The name may suggest Mali, Africa, but the provenance of this bag brand is really San Francisco. Timbuk2 did not, in fact, begin life with this evocative moniker. It was, believe or not, known as Scumbags—surely outrageous even for the left-leaning city in which it was born. It isn’t terribly clear why (but we can surely guess), the name was changed to Timbuk2 in 1990 by founder of the brand Rob Honeycutt, who created messenger bags to meet his needs as a bike messenger in the ’80s. According to the brand’s amusing telling, the settled name was inspired, in part, by the Devo-ish, American, post-punk band Timbuk3.
Timbuk2 is not new to Singapore. Its first stand alone store (reported to be it’s first outside the US) opened in 2013 at Bugis Junction, a corner unit so strikingly appointed—with a nod to its bicycling roots—that it stood in sharp contrast to its cluttered neighbours. Before that, Timbuk2 can be found at outdoor gear suppliers such as those in Queenstown Shopping Centre. With its own standalone space, now relocated to another unit in the same complex, Timbuk2 is able to let its products better project its pre-dot-com, post-hippy American image and heritage.
Messenger bags are synonymous with Timbuk2, but what drew our attention when we visited the store last week was this handsome roll-top tote named Forge (top). The make of Timbuk2 bags are solid, but their designs have generally been stolid. Forge is a gentle pull away from the relative same-same sensibility applied across their bags.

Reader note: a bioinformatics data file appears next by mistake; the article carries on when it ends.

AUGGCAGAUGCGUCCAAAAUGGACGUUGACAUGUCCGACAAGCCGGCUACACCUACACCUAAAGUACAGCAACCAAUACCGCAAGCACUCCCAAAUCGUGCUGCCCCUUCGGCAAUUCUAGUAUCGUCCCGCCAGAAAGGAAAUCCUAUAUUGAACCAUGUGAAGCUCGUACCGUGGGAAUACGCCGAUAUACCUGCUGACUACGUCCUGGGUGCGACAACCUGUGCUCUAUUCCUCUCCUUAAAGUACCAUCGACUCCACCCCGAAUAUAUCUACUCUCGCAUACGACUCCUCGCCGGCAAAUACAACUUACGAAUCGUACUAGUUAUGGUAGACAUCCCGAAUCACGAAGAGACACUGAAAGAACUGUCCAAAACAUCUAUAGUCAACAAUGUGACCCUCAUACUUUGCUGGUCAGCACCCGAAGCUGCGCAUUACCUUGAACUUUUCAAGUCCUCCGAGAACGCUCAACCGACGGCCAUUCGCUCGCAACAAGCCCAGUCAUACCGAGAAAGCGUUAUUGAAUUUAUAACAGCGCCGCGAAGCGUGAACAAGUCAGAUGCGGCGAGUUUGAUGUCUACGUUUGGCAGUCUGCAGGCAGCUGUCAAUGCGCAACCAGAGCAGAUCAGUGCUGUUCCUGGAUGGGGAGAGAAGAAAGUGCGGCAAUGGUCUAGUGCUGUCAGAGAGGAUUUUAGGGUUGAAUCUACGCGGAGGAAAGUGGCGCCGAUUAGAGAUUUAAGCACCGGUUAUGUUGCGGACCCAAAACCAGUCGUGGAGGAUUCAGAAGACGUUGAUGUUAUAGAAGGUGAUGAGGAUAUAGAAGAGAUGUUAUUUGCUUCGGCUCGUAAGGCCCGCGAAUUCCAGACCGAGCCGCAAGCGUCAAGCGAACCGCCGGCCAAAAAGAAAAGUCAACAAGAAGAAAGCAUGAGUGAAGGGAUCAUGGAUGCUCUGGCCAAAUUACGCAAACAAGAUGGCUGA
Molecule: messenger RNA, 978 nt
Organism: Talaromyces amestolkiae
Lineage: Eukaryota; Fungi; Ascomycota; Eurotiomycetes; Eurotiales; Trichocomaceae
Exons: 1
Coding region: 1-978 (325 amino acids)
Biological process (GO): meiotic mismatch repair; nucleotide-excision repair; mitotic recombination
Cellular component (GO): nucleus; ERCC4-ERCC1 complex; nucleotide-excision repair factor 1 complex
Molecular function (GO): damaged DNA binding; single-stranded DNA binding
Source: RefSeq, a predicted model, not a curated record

Firstly, there’s the tote part, a rather late entry for most American brands in the business of bags for men. Then, there’s the two-way mode of carrying the Forge (it’s a backpack too), even when the Japanese have put out similar binary styles much earlier. And, for this colour (above, cross between gray and khaki known as ‘Flux’), the bright blue of the straps and the yellow of the zip that looks like a related hue to McDonald’s Golden Arches.
Colours are, of course, not alien to Timbuk2 since one of their most distinctive bags is the tri-coloured messenger (known as the Classic Messenger Tres Colores, and can be customised to suit your taste). In the case of the Forge, the colours are accents and are used as graphic counterpoints to the overall chromatic solidness of the body.
The bag is equipped with a staggering dozen of pockets: two easy-access front-centre (one with zip) slots, two skinny ones by their sides (may not be that useful), and two roomy side slots that are definitely handy. Inside, one large pocket with additional four more attached to its front. In the rear, a zippered side opening allows access to that pocket inside, which is padded to better protect on-the-road necessities such as a tablet. There is also little a slip of space on top of that for MRT card and such, allowing you to keep valuables close to you.
But what we really wish to have—as an option—is extra compartments in the rear to hold and conceal the shoulder straps when not in use. The fashion-conscious, you see, may deem a backpack not cool enough. Tuck the stray straps away, and no one shall know of your bag’s other personality.
Timbuk2 ‘Forge’ tote, SGD159, is available at Timbuk2, level 3, Bugis Junction. Photos: Jim Sim